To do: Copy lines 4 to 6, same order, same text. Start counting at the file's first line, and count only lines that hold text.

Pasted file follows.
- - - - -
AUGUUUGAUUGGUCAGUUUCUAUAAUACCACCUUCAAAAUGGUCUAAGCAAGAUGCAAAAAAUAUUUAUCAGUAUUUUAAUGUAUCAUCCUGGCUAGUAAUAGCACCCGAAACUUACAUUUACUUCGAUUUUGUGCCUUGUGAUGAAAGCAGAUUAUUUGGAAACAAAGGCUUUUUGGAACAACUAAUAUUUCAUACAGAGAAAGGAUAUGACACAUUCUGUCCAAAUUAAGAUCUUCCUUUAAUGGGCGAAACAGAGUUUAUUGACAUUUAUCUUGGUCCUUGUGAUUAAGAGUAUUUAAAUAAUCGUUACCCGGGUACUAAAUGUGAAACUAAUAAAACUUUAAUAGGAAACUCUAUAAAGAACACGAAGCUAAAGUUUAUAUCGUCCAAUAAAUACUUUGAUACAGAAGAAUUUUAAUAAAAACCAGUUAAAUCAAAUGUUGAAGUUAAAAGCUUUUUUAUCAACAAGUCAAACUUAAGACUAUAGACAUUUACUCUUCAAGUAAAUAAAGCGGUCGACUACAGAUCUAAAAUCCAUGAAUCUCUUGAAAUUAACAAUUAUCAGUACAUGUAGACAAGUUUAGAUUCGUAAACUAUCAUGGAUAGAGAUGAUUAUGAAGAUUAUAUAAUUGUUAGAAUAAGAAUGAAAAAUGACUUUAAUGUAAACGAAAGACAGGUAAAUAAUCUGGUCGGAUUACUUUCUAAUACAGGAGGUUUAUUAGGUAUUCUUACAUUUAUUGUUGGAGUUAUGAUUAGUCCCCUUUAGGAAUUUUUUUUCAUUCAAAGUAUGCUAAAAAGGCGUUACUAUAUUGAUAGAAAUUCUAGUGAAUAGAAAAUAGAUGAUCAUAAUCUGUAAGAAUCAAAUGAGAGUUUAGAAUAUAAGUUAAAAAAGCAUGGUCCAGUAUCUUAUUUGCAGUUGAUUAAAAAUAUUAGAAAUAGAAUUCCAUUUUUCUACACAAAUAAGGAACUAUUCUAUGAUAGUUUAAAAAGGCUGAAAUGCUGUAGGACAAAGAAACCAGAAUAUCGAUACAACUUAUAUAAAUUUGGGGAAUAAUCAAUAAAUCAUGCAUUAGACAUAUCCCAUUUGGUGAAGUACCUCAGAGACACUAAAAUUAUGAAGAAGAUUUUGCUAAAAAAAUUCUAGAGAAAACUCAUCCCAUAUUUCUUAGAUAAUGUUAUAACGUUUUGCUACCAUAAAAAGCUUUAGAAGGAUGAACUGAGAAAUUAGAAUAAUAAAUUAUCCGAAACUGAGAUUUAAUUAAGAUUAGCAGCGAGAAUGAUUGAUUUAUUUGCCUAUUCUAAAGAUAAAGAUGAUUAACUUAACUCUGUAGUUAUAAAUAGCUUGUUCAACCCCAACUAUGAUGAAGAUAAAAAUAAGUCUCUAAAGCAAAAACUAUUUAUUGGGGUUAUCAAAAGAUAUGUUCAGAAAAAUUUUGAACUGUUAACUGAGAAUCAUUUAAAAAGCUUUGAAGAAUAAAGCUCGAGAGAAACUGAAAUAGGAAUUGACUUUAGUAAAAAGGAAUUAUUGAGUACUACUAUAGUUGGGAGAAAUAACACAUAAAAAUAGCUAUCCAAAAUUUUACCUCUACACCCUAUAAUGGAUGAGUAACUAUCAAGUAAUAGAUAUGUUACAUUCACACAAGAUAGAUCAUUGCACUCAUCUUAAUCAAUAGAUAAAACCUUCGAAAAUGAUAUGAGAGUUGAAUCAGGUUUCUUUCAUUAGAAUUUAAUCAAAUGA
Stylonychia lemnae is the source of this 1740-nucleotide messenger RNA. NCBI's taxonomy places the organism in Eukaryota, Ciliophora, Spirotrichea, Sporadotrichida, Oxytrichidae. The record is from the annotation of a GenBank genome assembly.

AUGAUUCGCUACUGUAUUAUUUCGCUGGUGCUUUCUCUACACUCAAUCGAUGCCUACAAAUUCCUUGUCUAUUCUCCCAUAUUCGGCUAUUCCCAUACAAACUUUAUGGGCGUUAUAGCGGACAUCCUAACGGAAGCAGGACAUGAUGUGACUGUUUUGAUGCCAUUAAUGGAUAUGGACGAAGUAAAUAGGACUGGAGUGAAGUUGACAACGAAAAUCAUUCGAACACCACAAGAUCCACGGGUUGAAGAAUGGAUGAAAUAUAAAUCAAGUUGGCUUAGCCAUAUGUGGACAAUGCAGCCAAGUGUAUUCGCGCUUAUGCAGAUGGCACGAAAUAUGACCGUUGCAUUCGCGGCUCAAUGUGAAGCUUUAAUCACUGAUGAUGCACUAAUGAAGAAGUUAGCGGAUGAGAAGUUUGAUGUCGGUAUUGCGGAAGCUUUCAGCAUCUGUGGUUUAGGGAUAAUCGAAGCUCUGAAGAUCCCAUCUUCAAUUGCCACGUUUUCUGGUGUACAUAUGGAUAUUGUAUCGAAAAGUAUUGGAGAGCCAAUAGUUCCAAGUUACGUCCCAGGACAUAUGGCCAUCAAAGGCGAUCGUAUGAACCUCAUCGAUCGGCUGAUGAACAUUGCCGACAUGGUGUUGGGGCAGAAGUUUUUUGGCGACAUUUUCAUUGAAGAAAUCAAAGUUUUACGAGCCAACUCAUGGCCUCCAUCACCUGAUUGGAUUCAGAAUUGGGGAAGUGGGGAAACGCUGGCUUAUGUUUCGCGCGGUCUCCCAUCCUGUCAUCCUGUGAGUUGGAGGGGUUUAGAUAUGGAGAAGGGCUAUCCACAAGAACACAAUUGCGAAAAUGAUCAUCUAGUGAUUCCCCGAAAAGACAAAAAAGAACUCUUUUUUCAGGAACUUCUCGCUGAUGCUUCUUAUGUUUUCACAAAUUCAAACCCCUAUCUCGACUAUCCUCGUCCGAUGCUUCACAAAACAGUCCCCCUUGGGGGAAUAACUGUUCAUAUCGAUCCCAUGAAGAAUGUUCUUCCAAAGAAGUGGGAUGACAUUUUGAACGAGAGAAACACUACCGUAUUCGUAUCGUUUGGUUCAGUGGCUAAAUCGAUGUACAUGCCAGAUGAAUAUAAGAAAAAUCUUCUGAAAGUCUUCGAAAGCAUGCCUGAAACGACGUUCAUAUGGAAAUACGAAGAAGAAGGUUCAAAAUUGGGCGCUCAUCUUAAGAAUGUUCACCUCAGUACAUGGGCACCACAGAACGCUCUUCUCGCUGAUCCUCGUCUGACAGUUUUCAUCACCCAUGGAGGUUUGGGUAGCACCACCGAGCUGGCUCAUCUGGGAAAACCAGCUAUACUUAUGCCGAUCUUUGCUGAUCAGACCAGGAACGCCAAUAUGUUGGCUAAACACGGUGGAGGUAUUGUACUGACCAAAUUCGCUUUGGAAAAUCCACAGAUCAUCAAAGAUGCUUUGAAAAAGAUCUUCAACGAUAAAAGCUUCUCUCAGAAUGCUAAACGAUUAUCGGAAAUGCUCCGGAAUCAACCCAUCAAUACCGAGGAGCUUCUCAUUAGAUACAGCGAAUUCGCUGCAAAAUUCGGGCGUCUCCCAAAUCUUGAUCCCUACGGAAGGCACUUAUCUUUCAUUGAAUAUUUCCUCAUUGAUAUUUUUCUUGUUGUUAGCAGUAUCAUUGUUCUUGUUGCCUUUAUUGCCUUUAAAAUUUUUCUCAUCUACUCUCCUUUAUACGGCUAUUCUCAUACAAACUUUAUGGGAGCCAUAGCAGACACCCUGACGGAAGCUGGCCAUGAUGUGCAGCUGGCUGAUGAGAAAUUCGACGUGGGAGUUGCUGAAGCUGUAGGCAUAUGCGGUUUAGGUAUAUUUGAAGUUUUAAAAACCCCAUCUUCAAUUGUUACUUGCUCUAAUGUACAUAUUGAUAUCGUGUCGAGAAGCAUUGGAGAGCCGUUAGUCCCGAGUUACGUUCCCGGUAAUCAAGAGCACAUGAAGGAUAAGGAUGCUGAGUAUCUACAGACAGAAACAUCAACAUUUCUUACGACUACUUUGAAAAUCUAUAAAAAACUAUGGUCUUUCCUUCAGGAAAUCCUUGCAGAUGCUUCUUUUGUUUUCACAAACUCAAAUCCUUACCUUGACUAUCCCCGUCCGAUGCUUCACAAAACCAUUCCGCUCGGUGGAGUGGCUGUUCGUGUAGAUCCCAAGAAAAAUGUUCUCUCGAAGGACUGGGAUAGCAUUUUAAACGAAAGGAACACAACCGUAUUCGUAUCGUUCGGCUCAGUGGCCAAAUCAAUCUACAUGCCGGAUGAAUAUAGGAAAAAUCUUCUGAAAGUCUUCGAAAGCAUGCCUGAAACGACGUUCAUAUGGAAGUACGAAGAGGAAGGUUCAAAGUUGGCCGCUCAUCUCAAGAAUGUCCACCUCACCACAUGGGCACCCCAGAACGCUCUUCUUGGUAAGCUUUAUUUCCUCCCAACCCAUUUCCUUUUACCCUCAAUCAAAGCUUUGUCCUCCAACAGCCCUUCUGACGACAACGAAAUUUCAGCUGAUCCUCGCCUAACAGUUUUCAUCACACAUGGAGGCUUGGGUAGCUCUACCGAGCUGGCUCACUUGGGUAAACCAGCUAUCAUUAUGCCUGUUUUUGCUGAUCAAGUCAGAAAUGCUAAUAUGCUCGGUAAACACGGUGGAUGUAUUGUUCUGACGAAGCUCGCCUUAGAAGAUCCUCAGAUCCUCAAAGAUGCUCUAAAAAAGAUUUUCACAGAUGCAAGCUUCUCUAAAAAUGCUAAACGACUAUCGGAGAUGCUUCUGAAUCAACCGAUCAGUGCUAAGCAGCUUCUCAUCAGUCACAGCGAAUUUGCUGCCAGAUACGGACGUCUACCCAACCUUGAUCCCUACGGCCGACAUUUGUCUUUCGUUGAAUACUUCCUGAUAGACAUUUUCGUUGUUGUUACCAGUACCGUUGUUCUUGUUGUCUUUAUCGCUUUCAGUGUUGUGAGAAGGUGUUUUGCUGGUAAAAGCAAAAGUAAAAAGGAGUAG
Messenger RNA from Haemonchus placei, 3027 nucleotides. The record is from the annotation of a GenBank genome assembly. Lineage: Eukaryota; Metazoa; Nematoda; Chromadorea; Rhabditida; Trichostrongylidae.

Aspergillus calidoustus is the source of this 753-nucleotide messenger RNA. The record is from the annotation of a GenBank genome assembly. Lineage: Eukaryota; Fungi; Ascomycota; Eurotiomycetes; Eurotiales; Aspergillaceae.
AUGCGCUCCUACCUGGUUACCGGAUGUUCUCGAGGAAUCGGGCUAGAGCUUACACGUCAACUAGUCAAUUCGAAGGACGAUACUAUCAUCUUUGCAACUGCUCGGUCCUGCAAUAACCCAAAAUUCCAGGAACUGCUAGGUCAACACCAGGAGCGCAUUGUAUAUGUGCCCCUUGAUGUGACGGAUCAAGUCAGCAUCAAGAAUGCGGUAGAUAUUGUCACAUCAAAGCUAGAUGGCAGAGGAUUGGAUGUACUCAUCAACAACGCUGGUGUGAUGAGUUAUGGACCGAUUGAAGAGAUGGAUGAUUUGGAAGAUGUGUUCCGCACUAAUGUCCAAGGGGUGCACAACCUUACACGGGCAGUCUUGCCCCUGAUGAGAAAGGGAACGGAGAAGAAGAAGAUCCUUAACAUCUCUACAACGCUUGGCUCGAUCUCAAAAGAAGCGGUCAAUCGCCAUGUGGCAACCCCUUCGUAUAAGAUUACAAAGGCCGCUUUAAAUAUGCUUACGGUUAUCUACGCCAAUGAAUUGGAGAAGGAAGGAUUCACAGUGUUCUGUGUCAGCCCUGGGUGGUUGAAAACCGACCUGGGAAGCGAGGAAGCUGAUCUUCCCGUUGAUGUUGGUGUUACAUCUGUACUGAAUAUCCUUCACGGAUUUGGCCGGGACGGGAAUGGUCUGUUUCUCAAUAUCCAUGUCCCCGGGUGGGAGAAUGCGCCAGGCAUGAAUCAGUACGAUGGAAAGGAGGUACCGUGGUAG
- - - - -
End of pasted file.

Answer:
Messenger RNA from Haemonchus placei, 3027 nucleotides. The record is from the annotation of a GenBank genome assembly. Lineage: Eukaryota; Metazoa; Nematoda; Chromadorea; Rhabditida; Trichostrongylidae.

Aspergillus calidoustus is the source of this 753-nucleotide messenger RNA. The record is from the annotation of a GenBank genome assembly. Lineage: Eukaryota; Fungi; Ascomycota; Eurotiomycetes; Eurotiales; Aspergillaceae.
AUGCGCUCCUACCUGGUUACCGGAUGUUCUCGAGGAAUCGGGCUAGAGCUUACACGUCAACUAGUCAAUUCGAAGGACGAUACUAUCAUCUUUGCAACUGCUCGGUCCUGCAAUAACCCAAAAUUCCAGGAACUGCUAGGUCAACACCAGGAGCGCAUUGUAUAUGUGCCCCUUGAUGUGACGGAUCAAGUCAGCAUCAAGAAUGCGGUAGAUAUUGUCACAUCAAAGCUAGAUGGCAGAGGAUUGGAUGUACUCAUCAACAACGCUGGUGUGAUGAGUUAUGGACCGAUUGAAGAGAUGGAUGAUUUGGAAGAUGUGUUCCGCACUAAUGUCCAAGGGGUGCACAACCUUACACGGGCAGUCUUGCCCCUGAUGAGAAAGGGAACGGAGAAGAAGAAGAUCCUUAACAUCUCUACAACGCUUGGCUCGAUCUCAAAAGAAGCGGUCAAUCGCCAUGUGGCAACCCCUUCGUAUAAGAUUACAAAGGCCGCUUUAAAUAUGCUUACGGUUAUCUACGCCAAUGAAUUGGAGAAGGAAGGAUUCACAGUGUUCUGUGUCAGCCCUGGGUGGUUGAAAACCGACCUGGGAAGCGAGGAAGCUGAUCUUCCCGUUGAUGUUGGUGUUACAUCUGUACUGAAUAUCCUUCACGGAUUUGGCCGGGACGGGAAUGGUCUGUUUCUCAAUAUCCAUGUCCCCGGGUGGGAGAAUGCGCCAGGCAUGAAUCAGUACGAUGGAAAGGAGGUACCGUGGUAG